From the very beginning, I absorbed all I could about the nuances of communications and design. I was welcomed by a spirited office full of people passionate about what they do. Every day was something new, from creating promotional posters to updating various websites to scheduling social media posts. It is a dynamic atmosphere and what I’ve enjoyed most is working collaboratively with members of the team, specifically in preparation for the Our Homes, Our Voices campaign promoting the National Housing Week of Action. For this effort, I was able to create promotional posters, rally posters, graphics, and other images to promote the various events, which aided more organizations from across the country to jump on board with the campaign. It was incredibly exciting to see so many different people from so many different places come together (as well as reusing/retweeting my designs to do so!).

In sum, I am eager to delve back into my studies with such a valuable experience under my belt. NLIHC has equipped me with so many skills that I fully intend on carrying with me into my future pursuits. Yet as my internship quickly approaches its end, one of the most important things I’ve learned is that when a passion for people is met with a dedication to advocacy, monumental change is not too far behind.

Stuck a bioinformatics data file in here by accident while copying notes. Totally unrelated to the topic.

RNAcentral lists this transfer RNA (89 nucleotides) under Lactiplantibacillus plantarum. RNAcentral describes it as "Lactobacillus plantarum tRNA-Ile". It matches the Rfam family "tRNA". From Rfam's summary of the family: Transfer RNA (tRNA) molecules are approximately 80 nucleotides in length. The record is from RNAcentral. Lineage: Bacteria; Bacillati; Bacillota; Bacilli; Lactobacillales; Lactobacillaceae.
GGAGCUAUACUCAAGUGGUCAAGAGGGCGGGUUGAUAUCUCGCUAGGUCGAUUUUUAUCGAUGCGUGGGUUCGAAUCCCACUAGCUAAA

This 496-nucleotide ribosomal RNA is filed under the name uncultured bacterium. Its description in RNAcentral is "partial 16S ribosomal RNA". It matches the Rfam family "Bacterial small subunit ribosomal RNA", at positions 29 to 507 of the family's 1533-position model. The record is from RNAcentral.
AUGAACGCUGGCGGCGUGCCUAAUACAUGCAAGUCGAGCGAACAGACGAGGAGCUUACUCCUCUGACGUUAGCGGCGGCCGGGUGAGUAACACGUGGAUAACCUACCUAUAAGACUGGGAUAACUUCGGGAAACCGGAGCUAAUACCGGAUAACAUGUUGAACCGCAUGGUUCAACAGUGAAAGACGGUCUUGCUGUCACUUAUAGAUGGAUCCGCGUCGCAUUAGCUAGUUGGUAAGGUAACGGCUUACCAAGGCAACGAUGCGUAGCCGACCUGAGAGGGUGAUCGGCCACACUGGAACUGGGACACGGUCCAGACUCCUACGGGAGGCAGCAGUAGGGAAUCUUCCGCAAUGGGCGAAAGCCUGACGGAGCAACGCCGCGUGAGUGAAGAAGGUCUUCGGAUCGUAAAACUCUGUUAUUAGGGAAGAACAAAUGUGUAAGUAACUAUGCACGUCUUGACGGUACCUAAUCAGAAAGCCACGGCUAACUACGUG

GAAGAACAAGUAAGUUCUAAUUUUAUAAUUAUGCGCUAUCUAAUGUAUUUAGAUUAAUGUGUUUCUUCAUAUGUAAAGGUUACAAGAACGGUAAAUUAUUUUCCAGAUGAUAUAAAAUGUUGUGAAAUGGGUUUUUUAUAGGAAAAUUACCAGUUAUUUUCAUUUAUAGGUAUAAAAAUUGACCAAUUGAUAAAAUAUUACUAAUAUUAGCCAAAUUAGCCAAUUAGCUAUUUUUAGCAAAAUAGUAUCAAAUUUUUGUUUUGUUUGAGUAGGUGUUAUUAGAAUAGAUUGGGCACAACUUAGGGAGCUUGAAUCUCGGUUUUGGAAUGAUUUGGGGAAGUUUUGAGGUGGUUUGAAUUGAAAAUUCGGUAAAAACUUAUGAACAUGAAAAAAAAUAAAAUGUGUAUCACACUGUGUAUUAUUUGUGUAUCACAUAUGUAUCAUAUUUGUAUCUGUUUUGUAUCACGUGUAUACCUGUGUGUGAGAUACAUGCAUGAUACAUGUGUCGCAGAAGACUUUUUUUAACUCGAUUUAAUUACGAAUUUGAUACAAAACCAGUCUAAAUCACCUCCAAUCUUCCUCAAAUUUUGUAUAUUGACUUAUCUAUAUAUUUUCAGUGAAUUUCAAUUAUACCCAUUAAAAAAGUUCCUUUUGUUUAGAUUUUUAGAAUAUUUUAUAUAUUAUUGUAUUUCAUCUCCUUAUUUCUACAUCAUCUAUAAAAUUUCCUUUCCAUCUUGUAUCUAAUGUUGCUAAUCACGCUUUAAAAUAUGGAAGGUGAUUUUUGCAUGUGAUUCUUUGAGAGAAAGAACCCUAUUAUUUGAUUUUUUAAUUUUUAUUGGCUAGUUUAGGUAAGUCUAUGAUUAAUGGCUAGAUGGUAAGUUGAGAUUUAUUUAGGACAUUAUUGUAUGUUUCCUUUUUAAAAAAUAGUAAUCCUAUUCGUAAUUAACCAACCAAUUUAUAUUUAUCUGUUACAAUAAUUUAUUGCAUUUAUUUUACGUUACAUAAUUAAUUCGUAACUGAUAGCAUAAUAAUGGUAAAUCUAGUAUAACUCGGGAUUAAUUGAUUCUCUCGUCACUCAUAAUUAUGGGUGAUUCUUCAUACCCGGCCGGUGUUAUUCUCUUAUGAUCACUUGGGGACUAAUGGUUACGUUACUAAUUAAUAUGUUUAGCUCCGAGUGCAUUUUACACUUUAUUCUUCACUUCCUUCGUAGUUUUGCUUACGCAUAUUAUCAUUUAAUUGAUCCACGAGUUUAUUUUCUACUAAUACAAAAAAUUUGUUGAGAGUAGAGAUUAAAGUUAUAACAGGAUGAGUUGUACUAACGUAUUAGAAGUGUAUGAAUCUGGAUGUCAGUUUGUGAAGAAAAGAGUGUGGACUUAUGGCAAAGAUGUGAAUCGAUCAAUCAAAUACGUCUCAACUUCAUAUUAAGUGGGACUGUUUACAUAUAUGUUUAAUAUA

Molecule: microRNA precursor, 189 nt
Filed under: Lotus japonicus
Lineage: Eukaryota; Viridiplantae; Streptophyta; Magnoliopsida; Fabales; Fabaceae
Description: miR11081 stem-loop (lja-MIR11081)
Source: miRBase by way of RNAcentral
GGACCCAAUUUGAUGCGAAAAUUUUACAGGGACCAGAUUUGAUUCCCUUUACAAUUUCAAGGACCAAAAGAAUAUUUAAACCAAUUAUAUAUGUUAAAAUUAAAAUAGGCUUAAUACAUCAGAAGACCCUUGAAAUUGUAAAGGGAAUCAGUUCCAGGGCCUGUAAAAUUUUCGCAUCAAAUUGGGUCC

Lindsey interned with NLIHC from late June to early August.

My Rewards as an NLIHC Summer Intern

By Bianca Guerrero, NLIHC Field and Communications Intern

My goal this summer was to learn what the affordable housing crisis looks like across the United States and to see what communities and organizations are doing to address it. After three months interning with the Tenant Protection Unit, a New York State agency that protects rent-regulated residents, I knew I wanted to continue working on housing issues. Dipping my feet in advocacy and organizing on a national level after graduating from college seemed like a good next step and an internship with NLIHC offered just that.